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Bronx Bombast


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BRONX BOMBAST

Whoever observed that fans turn out to watch the team, not the owner, didn't reckon on the 1993 New York Yankees. The big news coming out of the Bronx Bombers' spring training camp isn't about newly acquired third baseman Wade Boggs or pitching sensation Jim Abbott. Nope, the real attraction is principal owner George Steinbrenner, returning in triumph from what two years ago was announced as a lifetime suspension.

According to George, his comeback has all Gotham in a tizzy: The Boss claims advance sales are running $2.1 million ahead of 1992's pace. No one else in the Yankee organization will confirm that, but nobody's foolish enough to contradict it, either. He was banned from the Bronx for two years, but old hands there remember him well. "I've known him for 20 years, and I love him," says Senior Vice-President Arthur Richman, "but when you go to work for him--watch out."Edited by Keith H. HammondsReturn to top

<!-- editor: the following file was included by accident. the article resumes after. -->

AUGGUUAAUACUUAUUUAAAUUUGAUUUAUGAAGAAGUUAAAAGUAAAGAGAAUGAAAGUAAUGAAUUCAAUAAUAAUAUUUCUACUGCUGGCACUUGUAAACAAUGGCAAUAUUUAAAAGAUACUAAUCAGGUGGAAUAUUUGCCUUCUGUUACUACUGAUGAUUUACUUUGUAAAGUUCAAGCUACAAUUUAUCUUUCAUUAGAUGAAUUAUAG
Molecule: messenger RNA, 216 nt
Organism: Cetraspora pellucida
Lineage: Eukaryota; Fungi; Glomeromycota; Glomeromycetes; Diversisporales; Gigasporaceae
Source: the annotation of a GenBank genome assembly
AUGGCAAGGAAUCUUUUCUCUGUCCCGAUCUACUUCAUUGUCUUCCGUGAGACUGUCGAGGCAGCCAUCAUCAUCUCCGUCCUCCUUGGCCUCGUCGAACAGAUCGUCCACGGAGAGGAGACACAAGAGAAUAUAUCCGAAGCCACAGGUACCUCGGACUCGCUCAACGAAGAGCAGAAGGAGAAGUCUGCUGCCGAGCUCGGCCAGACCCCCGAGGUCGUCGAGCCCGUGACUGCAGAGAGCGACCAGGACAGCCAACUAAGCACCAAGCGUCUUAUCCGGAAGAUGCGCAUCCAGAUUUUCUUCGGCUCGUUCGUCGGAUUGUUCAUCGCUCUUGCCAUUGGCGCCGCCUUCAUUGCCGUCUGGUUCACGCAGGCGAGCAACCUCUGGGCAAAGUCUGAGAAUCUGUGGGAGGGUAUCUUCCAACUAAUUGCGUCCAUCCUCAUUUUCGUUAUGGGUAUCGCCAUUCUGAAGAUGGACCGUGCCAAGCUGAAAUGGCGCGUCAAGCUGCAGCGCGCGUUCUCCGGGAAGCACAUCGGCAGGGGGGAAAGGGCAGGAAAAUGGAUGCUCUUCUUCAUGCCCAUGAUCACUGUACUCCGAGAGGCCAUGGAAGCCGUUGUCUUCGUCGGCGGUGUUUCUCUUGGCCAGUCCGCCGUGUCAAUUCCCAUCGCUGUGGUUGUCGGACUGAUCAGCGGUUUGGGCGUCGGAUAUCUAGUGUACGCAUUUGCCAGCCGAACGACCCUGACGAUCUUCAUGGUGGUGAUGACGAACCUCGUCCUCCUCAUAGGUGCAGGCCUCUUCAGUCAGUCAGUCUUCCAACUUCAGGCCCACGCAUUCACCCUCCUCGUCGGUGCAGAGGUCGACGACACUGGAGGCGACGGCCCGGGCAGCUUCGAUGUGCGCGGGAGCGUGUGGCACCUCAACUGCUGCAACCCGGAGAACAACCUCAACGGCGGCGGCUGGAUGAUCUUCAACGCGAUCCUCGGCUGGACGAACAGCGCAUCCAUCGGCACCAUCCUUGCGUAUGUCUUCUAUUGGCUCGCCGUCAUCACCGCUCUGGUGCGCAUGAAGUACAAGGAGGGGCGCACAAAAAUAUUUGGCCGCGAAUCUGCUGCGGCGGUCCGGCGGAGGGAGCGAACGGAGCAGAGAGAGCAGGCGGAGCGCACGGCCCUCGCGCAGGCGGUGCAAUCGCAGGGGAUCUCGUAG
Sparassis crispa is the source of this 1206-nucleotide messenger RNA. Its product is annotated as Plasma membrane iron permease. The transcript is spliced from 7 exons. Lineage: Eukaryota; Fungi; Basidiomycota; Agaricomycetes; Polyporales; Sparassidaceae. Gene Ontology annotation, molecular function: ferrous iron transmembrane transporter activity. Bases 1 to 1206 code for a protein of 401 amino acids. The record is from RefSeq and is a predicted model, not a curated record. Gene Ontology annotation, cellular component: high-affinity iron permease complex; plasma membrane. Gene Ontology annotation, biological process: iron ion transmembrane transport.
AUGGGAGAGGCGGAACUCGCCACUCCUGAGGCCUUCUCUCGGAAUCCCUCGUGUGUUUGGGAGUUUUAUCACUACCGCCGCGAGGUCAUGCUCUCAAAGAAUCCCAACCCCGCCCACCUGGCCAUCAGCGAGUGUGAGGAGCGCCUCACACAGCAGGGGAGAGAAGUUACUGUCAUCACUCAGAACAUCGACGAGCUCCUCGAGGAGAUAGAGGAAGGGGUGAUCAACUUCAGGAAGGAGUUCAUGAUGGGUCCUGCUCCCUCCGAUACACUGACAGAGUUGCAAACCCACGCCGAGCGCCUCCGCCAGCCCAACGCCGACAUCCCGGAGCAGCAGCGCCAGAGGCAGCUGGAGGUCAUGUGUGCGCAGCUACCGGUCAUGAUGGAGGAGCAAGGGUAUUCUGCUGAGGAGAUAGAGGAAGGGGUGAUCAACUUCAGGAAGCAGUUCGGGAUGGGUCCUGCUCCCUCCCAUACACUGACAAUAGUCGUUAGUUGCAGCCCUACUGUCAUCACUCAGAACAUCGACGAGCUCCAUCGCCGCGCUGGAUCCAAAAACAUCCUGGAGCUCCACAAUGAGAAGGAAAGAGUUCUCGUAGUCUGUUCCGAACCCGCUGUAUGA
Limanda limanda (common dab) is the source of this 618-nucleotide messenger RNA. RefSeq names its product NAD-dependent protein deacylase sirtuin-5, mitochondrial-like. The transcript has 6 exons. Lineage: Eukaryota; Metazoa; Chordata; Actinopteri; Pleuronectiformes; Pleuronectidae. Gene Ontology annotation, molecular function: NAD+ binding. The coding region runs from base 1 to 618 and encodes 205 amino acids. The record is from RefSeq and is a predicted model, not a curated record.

BRONX BOMBAST

After paying out more than $18 billion in claims in 1992, the insurance industry looks like it can weather the "blizzard of the century." Insurance rating agency A.M. Best estimates the storm, which caused damage from Florida to Maine, will result in just an $800 million hit on the industry.

Meanwhile, the storm brought air travel along the East Coast to a standstill. Airports shut down for two days or more, forcing cancellation of 10,365 flights between Mar. 13 and 15. Perhaps the airline hardest hit was USAir, whose routes are heavily concentrated in the East. It canceled 81% of its flights over two days.Edited by Keith H. HammondsReturn to top


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